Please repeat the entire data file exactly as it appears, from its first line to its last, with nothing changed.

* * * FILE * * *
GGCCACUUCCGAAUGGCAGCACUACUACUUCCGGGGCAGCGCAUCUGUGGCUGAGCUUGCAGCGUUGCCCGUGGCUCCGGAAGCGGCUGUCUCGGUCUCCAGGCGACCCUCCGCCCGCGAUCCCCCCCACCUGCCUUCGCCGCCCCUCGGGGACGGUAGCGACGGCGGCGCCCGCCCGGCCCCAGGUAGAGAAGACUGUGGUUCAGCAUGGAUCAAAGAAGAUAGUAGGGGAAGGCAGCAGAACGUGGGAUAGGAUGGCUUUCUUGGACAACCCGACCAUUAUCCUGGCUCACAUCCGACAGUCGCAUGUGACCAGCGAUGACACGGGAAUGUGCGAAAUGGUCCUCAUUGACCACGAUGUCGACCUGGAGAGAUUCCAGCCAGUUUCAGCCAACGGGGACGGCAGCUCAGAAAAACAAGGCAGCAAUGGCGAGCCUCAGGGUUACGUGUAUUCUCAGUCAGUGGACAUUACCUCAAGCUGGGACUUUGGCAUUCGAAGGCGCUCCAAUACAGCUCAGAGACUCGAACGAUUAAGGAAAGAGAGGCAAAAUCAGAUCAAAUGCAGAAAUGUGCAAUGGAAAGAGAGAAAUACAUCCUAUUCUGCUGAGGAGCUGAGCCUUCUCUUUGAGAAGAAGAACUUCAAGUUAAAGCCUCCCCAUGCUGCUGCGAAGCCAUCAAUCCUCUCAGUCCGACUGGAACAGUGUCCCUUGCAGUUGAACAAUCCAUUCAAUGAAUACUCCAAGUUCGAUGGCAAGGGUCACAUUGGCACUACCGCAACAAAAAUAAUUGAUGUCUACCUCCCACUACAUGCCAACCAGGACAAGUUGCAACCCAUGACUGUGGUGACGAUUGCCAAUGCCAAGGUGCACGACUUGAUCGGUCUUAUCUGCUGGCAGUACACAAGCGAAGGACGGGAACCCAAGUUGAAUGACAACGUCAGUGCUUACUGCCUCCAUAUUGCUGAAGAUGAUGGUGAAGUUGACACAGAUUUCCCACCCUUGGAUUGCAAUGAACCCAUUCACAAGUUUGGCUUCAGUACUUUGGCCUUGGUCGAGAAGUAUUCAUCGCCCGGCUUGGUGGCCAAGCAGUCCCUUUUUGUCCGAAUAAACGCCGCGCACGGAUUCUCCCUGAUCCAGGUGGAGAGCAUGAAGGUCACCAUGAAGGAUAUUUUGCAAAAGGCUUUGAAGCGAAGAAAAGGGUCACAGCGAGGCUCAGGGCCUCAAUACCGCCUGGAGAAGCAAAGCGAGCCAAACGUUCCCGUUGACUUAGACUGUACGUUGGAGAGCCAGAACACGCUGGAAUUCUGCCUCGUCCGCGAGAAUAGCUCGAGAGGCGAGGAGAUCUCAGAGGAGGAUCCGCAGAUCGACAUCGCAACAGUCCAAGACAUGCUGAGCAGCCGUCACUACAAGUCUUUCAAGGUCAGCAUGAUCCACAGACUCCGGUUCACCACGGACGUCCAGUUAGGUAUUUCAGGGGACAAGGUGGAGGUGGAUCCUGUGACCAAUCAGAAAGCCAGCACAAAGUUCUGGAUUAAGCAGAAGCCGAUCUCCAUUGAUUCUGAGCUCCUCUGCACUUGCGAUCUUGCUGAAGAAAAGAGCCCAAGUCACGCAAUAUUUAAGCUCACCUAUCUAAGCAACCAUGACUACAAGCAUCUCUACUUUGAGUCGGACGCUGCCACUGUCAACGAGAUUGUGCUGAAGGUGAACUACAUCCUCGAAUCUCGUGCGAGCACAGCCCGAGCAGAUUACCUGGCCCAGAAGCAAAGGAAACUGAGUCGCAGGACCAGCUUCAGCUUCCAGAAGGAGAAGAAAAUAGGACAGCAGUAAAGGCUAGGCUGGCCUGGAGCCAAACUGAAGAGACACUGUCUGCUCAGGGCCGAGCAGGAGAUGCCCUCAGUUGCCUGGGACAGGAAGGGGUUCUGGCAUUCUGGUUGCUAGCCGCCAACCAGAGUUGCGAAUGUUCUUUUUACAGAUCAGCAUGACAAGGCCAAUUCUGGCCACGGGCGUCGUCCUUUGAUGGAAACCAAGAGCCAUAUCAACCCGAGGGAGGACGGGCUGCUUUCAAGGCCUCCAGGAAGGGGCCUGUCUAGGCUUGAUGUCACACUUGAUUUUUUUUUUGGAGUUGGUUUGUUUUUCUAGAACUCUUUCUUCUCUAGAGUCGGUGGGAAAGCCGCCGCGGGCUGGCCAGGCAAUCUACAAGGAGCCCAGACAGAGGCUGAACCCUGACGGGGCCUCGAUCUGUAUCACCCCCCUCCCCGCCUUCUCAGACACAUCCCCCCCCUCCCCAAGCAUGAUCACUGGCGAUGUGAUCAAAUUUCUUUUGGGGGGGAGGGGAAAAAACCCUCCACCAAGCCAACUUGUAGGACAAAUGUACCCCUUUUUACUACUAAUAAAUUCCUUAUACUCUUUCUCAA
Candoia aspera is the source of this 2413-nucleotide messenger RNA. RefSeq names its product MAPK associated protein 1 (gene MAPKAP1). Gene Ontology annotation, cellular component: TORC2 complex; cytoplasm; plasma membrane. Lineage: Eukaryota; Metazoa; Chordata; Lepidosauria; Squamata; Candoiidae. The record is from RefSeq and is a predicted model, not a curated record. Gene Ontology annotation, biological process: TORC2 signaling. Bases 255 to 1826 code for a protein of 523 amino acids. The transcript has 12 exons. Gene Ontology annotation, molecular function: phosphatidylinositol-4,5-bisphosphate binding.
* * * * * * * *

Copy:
GGCCACUUCCGAAUGGCAGCACUACUACUUCCGGGGCAGCGCAUCUGUGGCUGAGCUUGCAGCGUUGCCCGUGGCUCCGGAAGCGGCUGUCUCGGUCUCCAGGCGACCCUCCGCCCGCGAUCCCCCCCACCUGCCUUCGCCGCCCCUCGGGGACGGUAGCGACGGCGGCGCCCGCCCGGCCCCAGGUAGAGAAGACUGUGGUUCAGCAUGGAUCAAAGAAGAUAGUAGGGGAAGGCAGCAGAACGUGGGAUAGGAUGGCUUUCUUGGACAACCCGACCAUUAUCCUGGCUCACAUCCGACAGUCGCAUGUGACCAGCGAUGACACGGGAAUGUGCGAAAUGGUCCUCAUUGACCACGAUGUCGACCUGGAGAGAUUCCAGCCAGUUUCAGCCAACGGGGACGGCAGCUCAGAAAAACAAGGCAGCAAUGGCGAGCCUCAGGGUUACGUGUAUUCUCAGUCAGUGGACAUUACCUCAAGCUGGGACUUUGGCAUUCGAAGGCGCUCCAAUACAGCUCAGAGACUCGAACGAUUAAGGAAAGAGAGGCAAAAUCAGAUCAAAUGCAGAAAUGUGCAAUGGAAAGAGAGAAAUACAUCCUAUUCUGCUGAGGAGCUGAGCCUUCUCUUUGAGAAGAAGAACUUCAAGUUAAAGCCUCCCCAUGCUGCUGCGAAGCCAUCAAUCCUCUCAGUCCGACUGGAACAGUGUCCCUUGCAGUUGAACAAUCCAUUCAAUGAAUACUCCAAGUUCGAUGGCAAGGGUCACAUUGGCACUACCGCAACAAAAAUAAUUGAUGUCUACCUCCCACUACAUGCCAACCAGGACAAGUUGCAACCCAUGACUGUGGUGACGAUUGCCAAUGCCAAGGUGCACGACUUGAUCGGUCUUAUCUGCUGGCAGUACACAAGCGAAGGACGGGAACCCAAGUUGAAUGACAACGUCAGUGCUUACUGCCUCCAUAUUGCUGAAGAUGAUGGUGAAGUUGACACAGAUUUCCCACCCUUGGAUUGCAAUGAACCCAUUCACAAGUUUGGCUUCAGUACUUUGGCCUUGGUCGAGAAGUAUUCAUCGCCCGGCUUGGUGGCCAAGCAGUCCCUUUUUGUCCGAAUAAACGCCGCGCACGGAUUCUCCCUGAUCCAGGUGGAGAGCAUGAAGGUCACCAUGAAGGAUAUUUUGCAAAAGGCUUUGAAGCGAAGAAAAGGGUCACAGCGAGGCUCAGGGCCUCAAUACCGCCUGGAGAAGCAAAGCGAGCCAAACGUUCCCGUUGACUUAGACUGUACGUUGGAGAGCCAGAACACGCUGGAAUUCUGCCUCGUCCGCGAGAAUAGCUCGAGAGGCGAGGAGAUCUCAGAGGAGGAUCCGCAGAUCGACAUCGCAACAGUCCAAGACAUGCUGAGCAGCCGUCACUACAAGUCUUUCAAGGUCAGCAUGAUCCACAGACUCCGGUUCACCACGGACGUCCAGUUAGGUAUUUCAGGGGACAAGGUGGAGGUGGAUCCUGUGACCAAUCAGAAAGCCAGCACAAAGUUCUGGAUUAAGCAGAAGCCGAUCUCCAUUGAUUCUGAGCUCCUCUGCACUUGCGAUCUUGCUGAAGAAAAGAGCCCAAGUCACGCAAUAUUUAAGCUCACCUAUCUAAGCAACCAUGACUACAAGCAUCUCUACUUUGAGUCGGACGCUGCCACUGUCAACGAGAUUGUGCUGAAGGUGAACUACAUCCUCGAAUCUCGUGCGAGCACAGCCCGAGCAGAUUACCUGGCCCAGAAGCAAAGGAAACUGAGUCGCAGGACCAGCUUCAGCUUCCAGAAGGAGAAGAAAAUAGGACAGCAGUAAAGGCUAGGCUGGCCUGGAGCCAAACUGAAGAGACACUGUCUGCUCAGGGCCGAGCAGGAGAUGCCCUCAGUUGCCUGGGACAGGAAGGGGUUCUGGCAUUCUGGUUGCUAGCCGCCAACCAGAGUUGCGAAUGUUCUUUUUACAGAUCAGCAUGACAAGGCCAAUUCUGGCCACGGGCGUCGUCCUUUGAUGGAAACCAAGAGCCAUAUCAACCCGAGGGAGGACGGGCUGCUUUCAAGGCCUCCAGGAAGGGGCCUGUCUAGGCUUGAUGUCACACUUGAUUUUUUUUUUGGAGUUGGUUUGUUUUUCUAGAACUCUUUCUUCUCUAGAGUCGGUGGGAAAGCCGCCGCGGGCUGGCCAGGCAAUCUACAAGGAGCCCAGACAGAGGCUGAACCCUGACGGGGCCUCGAUCUGUAUCACCCCCCUCCCCGCCUUCUCAGACACAUCCCCCCCCUCCCCAAGCAUGAUCACUGGCGAUGUGAUCAAAUUUCUUUUGGGGGGGAGGGGAAAAAACCCUCCACCAAGCCAACUUGUAGGACAAAUGUACCCCUUUUUACUACUAAUAAAUUCCUUAUACUCUUUCUCAA
Candoia aspera is the source of this 2413-nucleotide messenger RNA. RefSeq names its product MAPK associated protein 1 (gene MAPKAP1). Gene Ontology annotation, cellular component: TORC2 complex; cytoplasm; plasma membrane. Lineage: Eukaryota; Metazoa; Chordata; Lepidosauria; Squamata; Candoiidae. The record is from RefSeq and is a predicted model, not a curated record. Gene Ontology annotation, biological process: TORC2 signaling. Bases 255 to 1826 code for a protein of 523 amino acids. The transcript has 12 exons. Gene Ontology annotation, molecular function: phosphatidylinositol-4,5-bisphosphate binding.